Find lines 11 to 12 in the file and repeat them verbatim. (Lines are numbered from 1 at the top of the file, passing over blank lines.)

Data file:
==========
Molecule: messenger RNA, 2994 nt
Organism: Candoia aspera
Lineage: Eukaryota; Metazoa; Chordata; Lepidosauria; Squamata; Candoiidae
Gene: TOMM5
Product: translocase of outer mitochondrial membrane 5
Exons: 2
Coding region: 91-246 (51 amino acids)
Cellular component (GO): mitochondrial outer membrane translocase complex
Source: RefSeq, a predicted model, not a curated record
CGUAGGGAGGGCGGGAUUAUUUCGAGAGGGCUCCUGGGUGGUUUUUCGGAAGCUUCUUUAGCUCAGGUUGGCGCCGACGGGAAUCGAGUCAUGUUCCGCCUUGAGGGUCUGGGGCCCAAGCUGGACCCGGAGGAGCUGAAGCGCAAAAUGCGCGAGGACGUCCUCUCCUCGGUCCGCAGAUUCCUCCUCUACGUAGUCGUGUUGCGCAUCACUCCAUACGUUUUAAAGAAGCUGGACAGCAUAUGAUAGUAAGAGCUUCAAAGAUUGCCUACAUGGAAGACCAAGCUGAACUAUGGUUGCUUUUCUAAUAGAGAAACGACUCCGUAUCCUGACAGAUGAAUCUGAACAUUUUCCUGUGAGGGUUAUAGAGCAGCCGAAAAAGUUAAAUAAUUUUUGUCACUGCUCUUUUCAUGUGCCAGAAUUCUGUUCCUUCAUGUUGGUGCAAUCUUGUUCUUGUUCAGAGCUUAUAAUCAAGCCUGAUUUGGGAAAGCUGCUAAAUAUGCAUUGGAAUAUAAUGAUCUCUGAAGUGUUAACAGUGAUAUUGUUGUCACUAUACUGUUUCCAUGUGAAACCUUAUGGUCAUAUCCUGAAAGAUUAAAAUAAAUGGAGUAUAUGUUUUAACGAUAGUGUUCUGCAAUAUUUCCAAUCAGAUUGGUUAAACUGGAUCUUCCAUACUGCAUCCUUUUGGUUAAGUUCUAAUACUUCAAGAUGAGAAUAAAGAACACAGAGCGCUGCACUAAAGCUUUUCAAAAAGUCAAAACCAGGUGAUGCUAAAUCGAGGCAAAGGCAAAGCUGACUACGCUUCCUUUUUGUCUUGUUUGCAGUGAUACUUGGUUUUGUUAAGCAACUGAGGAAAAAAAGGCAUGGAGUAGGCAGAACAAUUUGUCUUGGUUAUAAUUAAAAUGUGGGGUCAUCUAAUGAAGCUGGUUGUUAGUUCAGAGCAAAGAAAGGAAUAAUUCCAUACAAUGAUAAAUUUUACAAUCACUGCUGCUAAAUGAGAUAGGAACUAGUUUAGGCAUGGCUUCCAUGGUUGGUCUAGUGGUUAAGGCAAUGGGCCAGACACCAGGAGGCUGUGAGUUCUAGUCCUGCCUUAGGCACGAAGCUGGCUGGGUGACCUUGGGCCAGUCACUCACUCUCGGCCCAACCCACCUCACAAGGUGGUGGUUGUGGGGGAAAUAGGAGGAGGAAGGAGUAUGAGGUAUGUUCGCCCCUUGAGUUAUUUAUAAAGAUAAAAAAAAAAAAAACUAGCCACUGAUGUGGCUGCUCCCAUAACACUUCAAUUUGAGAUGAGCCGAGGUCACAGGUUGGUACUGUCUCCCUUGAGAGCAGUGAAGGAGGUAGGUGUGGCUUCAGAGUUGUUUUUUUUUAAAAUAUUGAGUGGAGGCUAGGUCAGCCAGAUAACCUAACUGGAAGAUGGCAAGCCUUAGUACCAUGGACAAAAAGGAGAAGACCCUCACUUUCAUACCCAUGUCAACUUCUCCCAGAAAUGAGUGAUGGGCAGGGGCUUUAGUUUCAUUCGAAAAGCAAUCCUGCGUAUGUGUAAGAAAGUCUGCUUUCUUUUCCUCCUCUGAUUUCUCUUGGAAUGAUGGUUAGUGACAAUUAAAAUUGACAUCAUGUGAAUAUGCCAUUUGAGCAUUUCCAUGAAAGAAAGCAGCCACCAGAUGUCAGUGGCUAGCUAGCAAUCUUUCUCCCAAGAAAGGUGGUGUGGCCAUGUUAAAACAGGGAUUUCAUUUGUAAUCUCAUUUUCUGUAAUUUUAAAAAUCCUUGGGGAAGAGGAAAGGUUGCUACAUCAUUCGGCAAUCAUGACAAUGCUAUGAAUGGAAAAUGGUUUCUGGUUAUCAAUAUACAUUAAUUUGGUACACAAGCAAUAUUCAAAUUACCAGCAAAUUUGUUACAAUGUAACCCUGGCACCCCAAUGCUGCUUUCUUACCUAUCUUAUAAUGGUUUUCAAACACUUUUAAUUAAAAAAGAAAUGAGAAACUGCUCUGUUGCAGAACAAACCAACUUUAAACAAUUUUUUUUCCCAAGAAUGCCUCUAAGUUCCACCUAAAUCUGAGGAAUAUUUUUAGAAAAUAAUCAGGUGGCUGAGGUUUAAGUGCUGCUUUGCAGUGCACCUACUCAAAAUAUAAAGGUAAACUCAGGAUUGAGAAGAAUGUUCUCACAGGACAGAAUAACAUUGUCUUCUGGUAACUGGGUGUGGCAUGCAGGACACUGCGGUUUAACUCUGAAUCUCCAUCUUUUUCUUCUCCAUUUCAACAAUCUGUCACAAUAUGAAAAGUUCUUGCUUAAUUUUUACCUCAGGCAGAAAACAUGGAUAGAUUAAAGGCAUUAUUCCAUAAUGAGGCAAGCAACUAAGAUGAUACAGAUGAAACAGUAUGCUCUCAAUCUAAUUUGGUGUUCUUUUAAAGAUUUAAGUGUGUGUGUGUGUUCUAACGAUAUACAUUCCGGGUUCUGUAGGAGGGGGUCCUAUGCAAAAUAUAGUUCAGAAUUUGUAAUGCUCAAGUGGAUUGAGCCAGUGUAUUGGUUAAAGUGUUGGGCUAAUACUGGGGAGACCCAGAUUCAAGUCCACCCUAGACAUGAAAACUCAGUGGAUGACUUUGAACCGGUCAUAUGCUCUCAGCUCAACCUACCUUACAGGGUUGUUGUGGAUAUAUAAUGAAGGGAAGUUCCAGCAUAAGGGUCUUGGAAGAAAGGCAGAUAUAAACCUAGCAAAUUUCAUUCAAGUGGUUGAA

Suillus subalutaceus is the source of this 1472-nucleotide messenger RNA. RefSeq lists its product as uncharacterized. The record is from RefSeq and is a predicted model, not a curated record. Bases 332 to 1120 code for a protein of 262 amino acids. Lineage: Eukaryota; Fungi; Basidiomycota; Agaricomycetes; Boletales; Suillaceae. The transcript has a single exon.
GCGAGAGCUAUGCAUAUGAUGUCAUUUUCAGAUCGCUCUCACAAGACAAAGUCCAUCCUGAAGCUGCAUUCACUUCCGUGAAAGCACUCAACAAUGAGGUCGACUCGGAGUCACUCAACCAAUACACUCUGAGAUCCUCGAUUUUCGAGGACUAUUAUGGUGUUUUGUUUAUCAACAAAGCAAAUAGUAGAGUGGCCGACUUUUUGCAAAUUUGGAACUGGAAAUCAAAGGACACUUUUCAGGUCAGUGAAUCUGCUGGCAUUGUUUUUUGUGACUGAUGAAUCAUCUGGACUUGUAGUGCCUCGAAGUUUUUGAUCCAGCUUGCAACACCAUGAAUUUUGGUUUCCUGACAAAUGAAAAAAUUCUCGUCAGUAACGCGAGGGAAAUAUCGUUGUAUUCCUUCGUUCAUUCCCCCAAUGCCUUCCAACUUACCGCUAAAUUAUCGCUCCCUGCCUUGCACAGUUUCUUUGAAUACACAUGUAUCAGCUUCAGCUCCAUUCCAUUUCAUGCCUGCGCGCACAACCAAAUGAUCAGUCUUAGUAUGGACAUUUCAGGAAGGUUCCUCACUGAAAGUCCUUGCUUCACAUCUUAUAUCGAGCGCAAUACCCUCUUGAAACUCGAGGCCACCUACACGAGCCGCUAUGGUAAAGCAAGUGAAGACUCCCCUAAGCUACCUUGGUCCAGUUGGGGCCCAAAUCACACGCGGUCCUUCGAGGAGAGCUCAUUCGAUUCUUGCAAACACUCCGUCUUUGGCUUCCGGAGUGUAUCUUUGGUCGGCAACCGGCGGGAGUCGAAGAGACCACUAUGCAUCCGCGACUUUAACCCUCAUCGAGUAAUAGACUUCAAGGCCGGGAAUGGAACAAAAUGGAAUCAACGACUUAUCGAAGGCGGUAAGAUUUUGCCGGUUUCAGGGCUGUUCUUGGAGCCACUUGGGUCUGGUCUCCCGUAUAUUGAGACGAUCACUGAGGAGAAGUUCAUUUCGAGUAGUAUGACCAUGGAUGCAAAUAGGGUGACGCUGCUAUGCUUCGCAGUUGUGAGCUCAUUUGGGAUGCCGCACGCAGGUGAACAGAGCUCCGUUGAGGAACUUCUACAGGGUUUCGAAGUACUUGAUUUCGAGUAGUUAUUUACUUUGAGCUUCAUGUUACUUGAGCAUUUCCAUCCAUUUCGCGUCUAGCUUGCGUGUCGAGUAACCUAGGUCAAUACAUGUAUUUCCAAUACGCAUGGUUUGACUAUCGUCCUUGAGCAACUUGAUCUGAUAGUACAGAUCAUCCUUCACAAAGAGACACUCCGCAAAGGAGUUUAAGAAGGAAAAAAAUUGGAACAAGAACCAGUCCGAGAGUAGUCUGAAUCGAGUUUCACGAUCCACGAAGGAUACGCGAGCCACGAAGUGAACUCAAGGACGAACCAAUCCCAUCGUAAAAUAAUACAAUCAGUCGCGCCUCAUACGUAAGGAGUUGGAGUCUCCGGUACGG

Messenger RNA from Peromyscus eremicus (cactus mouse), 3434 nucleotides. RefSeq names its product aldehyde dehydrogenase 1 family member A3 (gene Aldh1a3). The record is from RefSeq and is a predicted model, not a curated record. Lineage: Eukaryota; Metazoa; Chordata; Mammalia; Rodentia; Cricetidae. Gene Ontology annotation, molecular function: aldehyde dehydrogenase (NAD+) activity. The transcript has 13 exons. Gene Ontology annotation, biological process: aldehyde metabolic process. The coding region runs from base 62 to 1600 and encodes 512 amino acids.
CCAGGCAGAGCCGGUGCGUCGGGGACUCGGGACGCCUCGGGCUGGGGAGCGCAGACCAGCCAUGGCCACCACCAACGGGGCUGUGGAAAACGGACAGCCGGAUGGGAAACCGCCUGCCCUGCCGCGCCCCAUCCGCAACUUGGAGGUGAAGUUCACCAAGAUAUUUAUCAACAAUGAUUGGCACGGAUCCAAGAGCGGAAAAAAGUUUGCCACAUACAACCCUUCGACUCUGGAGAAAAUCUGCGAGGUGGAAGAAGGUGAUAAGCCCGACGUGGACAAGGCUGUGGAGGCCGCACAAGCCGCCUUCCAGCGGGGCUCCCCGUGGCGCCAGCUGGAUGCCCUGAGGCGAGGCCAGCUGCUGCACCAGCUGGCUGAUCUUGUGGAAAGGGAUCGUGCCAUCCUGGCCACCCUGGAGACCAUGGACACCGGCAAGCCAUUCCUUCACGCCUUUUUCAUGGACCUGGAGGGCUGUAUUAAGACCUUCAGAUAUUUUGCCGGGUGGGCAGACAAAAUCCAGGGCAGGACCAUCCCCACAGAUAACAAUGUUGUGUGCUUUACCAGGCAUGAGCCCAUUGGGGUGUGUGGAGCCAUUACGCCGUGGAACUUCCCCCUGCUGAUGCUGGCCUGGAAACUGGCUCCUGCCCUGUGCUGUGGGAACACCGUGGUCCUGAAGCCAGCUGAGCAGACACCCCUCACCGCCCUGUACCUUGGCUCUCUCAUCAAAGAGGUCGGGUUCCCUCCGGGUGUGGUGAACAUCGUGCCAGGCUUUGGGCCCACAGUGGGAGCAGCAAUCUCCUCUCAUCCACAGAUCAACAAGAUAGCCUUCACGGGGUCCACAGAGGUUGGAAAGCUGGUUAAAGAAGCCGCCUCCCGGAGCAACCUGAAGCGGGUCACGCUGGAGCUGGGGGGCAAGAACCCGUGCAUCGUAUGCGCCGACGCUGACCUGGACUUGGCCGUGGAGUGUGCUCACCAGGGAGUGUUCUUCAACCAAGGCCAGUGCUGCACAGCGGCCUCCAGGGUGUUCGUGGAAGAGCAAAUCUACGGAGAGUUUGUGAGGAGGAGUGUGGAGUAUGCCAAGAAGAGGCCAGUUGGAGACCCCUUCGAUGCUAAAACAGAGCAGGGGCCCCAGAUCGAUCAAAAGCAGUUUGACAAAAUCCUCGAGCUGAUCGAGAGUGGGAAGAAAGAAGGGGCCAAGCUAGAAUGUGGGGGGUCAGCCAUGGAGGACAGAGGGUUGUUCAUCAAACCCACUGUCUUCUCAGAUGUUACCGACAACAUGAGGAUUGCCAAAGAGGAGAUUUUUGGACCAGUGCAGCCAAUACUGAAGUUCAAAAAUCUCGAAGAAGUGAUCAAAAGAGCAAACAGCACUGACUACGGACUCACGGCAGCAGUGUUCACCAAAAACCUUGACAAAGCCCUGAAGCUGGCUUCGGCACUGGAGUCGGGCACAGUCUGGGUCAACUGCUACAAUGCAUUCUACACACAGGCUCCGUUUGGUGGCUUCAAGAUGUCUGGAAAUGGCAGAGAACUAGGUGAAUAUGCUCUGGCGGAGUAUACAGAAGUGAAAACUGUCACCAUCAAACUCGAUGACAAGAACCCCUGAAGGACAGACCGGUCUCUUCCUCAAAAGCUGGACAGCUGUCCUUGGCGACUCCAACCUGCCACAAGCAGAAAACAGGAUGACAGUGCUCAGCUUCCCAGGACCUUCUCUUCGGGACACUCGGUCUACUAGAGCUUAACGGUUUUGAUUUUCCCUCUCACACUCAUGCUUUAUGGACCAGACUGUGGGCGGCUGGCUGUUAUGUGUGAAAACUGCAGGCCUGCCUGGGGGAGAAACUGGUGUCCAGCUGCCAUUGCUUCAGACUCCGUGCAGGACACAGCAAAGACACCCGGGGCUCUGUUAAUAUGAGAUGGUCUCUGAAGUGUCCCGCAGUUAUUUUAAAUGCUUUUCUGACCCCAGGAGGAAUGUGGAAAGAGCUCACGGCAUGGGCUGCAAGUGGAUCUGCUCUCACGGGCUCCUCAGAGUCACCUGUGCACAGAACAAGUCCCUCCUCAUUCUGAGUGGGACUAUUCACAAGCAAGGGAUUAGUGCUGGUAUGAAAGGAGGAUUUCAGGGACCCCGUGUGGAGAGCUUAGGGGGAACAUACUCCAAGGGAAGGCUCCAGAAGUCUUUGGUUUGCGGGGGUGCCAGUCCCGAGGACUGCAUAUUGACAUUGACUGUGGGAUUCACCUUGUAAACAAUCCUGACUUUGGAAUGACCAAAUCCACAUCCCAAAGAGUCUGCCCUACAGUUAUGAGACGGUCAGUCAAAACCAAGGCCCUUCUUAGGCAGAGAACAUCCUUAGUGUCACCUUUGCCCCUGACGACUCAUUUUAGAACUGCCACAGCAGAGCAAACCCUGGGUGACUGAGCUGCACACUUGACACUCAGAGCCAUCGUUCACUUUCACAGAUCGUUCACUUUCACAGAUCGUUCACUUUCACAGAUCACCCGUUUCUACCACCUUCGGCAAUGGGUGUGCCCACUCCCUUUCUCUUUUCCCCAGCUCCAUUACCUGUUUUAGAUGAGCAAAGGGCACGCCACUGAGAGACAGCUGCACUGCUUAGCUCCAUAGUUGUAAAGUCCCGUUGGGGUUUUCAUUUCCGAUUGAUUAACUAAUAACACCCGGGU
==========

Suillus subalutaceus is the source of this 1472-nucleotide messenger RNA. RefSeq lists its product as uncharacterized. The record is from RefSeq and is a predicted model, not a curated record. Bases 332 to 1120 code for a protein of 262 amino acids. Lineage: Eukaryota; Fungi; Basidiomycota; Agaricomycetes; Boletales; Suillaceae. The transcript has a single exon.
GCGAGAGCUAUGCAUAUGAUGUCAUUUUCAGAUCGCUCUCACAAGACAAAGUCCAUCCUGAAGCUGCAUUCACUUCCGUGAAAGCACUCAACAAUGAGGUCGACUCGGAGUCACUCAACCAAUACACUCUGAGAUCCUCGAUUUUCGAGGACUAUUAUGGUGUUUUGUUUAUCAACAAAGCAAAUAGUAGAGUGGCCGACUUUUUGCAAAUUUGGAACUGGAAAUCAAAGGACACUUUUCAGGUCAGUGAAUCUGCUGGCAUUGUUUUUUGUGACUGAUGAAUCAUCUGGACUUGUAGUGCCUCGAAGUUUUUGAUCCAGCUUGCAACACCAUGAAUUUUGGUUUCCUGACAAAUGAAAAAAUUCUCGUCAGUAACGCGAGGGAAAUAUCGUUGUAUUCCUUCGUUCAUUCCCCCAAUGCCUUCCAACUUACCGCUAAAUUAUCGCUCCCUGCCUUGCACAGUUUCUUUGAAUACACAUGUAUCAGCUUCAGCUCCAUUCCAUUUCAUGCCUGCGCGCACAACCAAAUGAUCAGUCUUAGUAUGGACAUUUCAGGAAGGUUCCUCACUGAAAGUCCUUGCUUCACAUCUUAUAUCGAGCGCAAUACCCUCUUGAAACUCGAGGCCACCUACACGAGCCGCUAUGGUAAAGCAAGUGAAGACUCCCCUAAGCUACCUUGGUCCAGUUGGGGCCCAAAUCACACGCGGUCCUUCGAGGAGAGCUCAUUCGAUUCUUGCAAACACUCCGUCUUUGGCUUCCGGAGUGUAUCUUUGGUCGGCAACCGGCGGGAGUCGAAGAGACCACUAUGCAUCCGCGACUUUAACCCUCAUCGAGUAAUAGACUUCAAGGCCGGGAAUGGAACAAAAUGGAAUCAACGACUUAUCGAAGGCGGUAAGAUUUUGCCGGUUUCAGGGCUGUUCUUGGAGCCACUUGGGUCUGGUCUCCCGUAUAUUGAGACGAUCACUGAGGAGAAGUUCAUUUCGAGUAGUAUGACCAUGGAUGCAAAUAGGGUGACGCUGCUAUGCUUCGCAGUUGUGAGCUCAUUUGGGAUGCCGCACGCAGGUGAACAGAGCUCCGUUGAGGAACUUCUACAGGGUUUCGAAGUACUUGAUUUCGAGUAGUUAUUUACUUUGAGCUUCAUGUUACUUGAGCAUUUCCAUCCAUUUCGCGUCUAGCUUGCGUGUCGAGUAACCUAGGUCAAUACAUGUAUUUCCAAUACGCAUGGUUUGACUAUCGUCCUUGAGCAACUUGAUCUGAUAGUACAGAUCAUCCUUCACAAAGAGACACUCCGCAAAGGAGUUUAAGAAGGAAAAAAAUUGGAACAAGAACCAGUCCGAGAGUAGUCUGAAUCGAGUUUCACGAUCCACGAAGGAUACGCGAGCCACGAAGUGAACUCAAGGACGAACCAAUCCCAUCGUAAAAUAAUACAAUCAGUCGCGCCUCAUACGUAAGGAGUUGGAGUCUCCGGUACGG